This report presents an argument supporting that mental disabilities should never be accommodated with exam and assignment extra time because it is unfair to others. It is a practice inconsistent with the law and, therefore, illegitimate. Even the legislation provided by Human Rights does not prescribe measures for mentally challenged students. Just like in any other competition, for instance, in athletics, where the mentally disabled athletes are not given a head start as the race begins, it should also be the case in education because assignments and exams measure the students’ mental abilities. Exams are, therefore, a competition like any other, and it is reflected in how professors grade the students from A for the best performers B for the average performer and so on. Although several educationists have argued as proponents of this practice, others have stood their ground to claim that it is an unfair advantage and should never be allowed in any educational setting.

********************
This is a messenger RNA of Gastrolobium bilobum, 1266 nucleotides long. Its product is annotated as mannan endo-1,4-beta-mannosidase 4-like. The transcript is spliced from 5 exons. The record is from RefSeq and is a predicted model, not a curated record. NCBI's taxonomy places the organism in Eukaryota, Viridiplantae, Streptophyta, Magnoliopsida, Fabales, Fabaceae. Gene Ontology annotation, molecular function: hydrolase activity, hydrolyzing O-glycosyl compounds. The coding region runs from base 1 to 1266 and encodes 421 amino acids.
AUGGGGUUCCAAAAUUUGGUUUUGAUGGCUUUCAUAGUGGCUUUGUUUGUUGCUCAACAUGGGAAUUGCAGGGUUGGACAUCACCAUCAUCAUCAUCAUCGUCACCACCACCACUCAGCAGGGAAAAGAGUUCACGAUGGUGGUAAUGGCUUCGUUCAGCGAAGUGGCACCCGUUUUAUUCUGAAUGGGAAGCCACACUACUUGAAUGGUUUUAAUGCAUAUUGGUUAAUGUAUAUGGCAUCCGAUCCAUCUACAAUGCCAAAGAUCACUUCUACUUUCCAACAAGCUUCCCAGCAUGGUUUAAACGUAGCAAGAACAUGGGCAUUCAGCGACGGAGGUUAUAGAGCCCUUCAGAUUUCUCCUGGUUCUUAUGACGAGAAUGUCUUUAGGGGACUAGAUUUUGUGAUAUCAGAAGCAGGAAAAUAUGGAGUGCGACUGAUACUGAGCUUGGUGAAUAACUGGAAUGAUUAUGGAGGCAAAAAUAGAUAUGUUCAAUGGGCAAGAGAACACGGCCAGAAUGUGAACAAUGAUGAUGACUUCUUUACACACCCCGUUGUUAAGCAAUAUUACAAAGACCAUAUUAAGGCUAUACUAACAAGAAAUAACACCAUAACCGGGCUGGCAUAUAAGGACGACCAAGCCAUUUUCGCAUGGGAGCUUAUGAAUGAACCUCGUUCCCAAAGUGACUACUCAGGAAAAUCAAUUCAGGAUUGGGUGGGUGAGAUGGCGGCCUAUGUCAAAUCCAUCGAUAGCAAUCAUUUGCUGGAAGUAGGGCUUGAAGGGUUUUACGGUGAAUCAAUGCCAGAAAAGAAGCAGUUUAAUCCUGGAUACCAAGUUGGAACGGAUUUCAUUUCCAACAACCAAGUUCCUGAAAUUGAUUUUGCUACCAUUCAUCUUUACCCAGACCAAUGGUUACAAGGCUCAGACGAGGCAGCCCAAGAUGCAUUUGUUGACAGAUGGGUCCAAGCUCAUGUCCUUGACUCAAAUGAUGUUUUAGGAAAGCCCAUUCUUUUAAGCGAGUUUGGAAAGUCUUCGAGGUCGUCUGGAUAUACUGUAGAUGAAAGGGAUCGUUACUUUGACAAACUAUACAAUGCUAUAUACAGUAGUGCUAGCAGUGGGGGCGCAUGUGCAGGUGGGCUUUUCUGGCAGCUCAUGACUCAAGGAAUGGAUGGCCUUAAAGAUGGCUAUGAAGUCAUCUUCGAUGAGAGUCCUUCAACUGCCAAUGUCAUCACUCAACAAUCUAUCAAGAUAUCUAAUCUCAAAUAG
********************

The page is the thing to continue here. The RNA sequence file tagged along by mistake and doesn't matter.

Imagine this, the new semester has begun, and the students are starting to get settled in their classrooms. They have already been alerted that there is an essay exam they are going to do in their class very soon, and the pressure is all over because they have just settled. There are thankfully these very nice students in their class who always sit next to other students as the conversation starts regarding the in-class essay because the students are expecting that everyone in the class will talk about how they feel pressured by the upcoming exam due to unpreparedness that results from the long holiday they have come from, they surprised to hear from their colleagues (with mental disabilities) that they will not be writing the exam in class, but they are provided with a separate room where they will sit for their exam with extra time also provided alongside a computer that will help in spellchecking the mistakes. The students wonder why in the first place, these few individuals are provided with all these advantages and why they need them (Berger & Sossin, 2017). They look very normal to them, and the students wonder why their colleagues are not writing the exams together with them as intended to be equally graded. I also ask these questions as some educationists, specifically in Dawson, ask (DeLaverne, 2020). These extras are regarded as the “accommodations,” and documented disabled students are provided with all those mentioned extras and much more, especially disabilities ranging from motor to sensory impairments to temporary illness and accident-caused cases and other mental health disorders (DeLaverne, 2020). Each case varies from the other, with many having a less clear-cut than other cases. Often, it takes work to identify why students may need specific accommodations, which mostly causes teachers and classmates alike to question the validity of those accommodations and the motives of these students receiving them. Can some students ensure that they receive these services to take advantage of others to ensure their grades are boosted and they breeze through their studies? (DeLaverne, 2020). In my research, I argue that such accommodations are inappropriate, illegitimate, irrelevant, inconsistent with law and support inequality in universities and colleges.